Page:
Yesterday, Haynes told the lawmakers that her signature appeared on an official offer letter that was sent to Alvarez, but that she doesn’t remember signing the letter. Haynes said it was likely a form letter since the transition was issuing dozens of offers to potential hires at the time. Haynes also suggested it was a matter of routine that her name would appear on the letters, often with a digital signature, given her unpaid role as director of personnel for the transition.
The power to hire Alvarez for the position at the SDA would have likely been either Lozano’s, Platkin’s or Cammarano’s, Haynes said.
“I was not involved with his selection,” she said.
With the mystery still not solved, as her appearance continued lawmakers began to bounce other theories off Haynes, including whether Alvarez could have effectively placed himself at the SDA.
“I don’t think so,” responded Haynes.
Sen. Sandra Cunningham (D-Hudson) also floated the idea that Murphy himself could have made the hire given Alvarez had been a veteran of the campaign.
“I just think there is one more person that to me seems like the viable person to have made the decision to hire Al Alvarez, and I just want to ask you is it possible that the governor-elect hired Al Alvarez?” Cunningham asked.
After a pause, Haynes responded. “That wasn’t part of the process, having the governor involved,” she said. “I don’t know. I would just be speculating.”
While Brennan sent the governor and first lady Tammy Murphy an email last June seeking to discuss a “sensitive matter,” she did not share the details of her allegations with the governor. Murphy has maintained that he only found out about the incident in October as the newspaper story was about to be published.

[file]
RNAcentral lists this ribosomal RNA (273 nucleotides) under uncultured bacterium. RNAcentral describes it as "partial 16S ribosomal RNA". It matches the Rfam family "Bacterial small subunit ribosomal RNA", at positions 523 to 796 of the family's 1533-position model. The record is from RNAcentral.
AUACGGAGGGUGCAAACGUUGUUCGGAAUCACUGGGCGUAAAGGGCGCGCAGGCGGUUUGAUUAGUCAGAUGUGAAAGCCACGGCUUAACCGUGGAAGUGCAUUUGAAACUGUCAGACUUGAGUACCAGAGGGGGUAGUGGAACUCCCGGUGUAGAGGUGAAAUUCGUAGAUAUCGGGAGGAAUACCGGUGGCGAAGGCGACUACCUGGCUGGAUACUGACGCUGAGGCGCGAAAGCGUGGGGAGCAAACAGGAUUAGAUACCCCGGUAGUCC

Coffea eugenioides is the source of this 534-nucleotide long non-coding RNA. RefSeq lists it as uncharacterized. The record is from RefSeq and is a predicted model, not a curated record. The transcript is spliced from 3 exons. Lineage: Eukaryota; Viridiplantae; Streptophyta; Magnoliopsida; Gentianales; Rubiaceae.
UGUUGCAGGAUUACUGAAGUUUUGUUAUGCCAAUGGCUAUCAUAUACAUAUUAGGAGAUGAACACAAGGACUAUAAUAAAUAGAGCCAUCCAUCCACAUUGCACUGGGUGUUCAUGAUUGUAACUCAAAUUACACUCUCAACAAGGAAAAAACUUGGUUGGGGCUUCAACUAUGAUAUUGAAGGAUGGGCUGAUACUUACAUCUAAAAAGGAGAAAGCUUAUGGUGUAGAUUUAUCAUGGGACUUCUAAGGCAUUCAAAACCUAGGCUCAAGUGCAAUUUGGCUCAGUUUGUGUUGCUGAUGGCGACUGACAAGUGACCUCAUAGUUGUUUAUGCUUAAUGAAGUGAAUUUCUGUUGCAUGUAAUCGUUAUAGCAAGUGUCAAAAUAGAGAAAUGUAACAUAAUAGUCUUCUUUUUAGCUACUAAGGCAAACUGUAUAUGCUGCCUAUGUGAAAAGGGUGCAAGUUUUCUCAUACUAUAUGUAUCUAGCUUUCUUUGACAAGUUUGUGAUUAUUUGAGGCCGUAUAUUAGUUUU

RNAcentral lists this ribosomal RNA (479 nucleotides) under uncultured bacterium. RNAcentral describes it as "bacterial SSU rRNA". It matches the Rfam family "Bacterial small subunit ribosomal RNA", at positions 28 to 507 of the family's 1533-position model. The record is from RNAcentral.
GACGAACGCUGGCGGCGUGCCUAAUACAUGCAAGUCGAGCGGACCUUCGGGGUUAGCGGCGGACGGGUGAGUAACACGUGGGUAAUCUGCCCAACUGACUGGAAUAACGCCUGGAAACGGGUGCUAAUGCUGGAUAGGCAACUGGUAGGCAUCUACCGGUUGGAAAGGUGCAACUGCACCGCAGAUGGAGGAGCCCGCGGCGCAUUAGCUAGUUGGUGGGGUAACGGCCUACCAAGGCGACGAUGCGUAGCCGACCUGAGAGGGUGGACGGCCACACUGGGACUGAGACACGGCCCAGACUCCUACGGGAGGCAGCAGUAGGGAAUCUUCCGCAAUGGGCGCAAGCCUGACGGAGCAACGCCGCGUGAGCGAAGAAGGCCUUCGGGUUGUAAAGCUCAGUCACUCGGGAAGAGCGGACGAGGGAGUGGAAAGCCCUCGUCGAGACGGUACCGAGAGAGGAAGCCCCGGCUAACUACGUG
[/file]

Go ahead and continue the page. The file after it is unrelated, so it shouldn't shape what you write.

during an appearance on public radio earlier this week by WNYC’s Nancy Solomon whether he knows who hired Alvarez. The to his administration’s ongoing investigation into Brennan’s allegations. Launched in the wake of the newspaper story, that probe is being led by former state Attorney General Peter Verniero.
After Solomon pressed him for a “yes” or “no” answer on the question of who exactly hired Alvarez, Murphy said, “The answer is, I don’t know, and I want to wait to see what the report says.”
After yesterday’s hearing ended the Murphy administration released its proposed changes to the state’s workplace procedures. Among the proposals are new rules that would allow new corrective measures to be taken after a complaint is lodged, such as removing someone from the workplace after a complaint involving physical harm has been made against them, pending an investigation. The administration is also calling for an expansion of the state’s jurisdiction in investigating incidents — one of the issues that has come up during the legislative inquiry is the state’s lack of jurisdiction to investigate an incident that occurred before someone became a state employee.
Under the proposals, the definition of sexual harassment would also be broadened to ensure it includes incidents of coercion or “lack of consent, such as sexual assault.”
“These additional measures clearly dictate the appropriate course of action to be taken by both survivors and the state,” Murphy said in a statement. “By embracing a survivor-centered approach in New Jersey, we are creating an environment where survivors of sexual harassment, misconduct, or assault are not only encouraged to come forward, but when doing so, they are met with dignity, respect, and a straightforward process to attain justice.”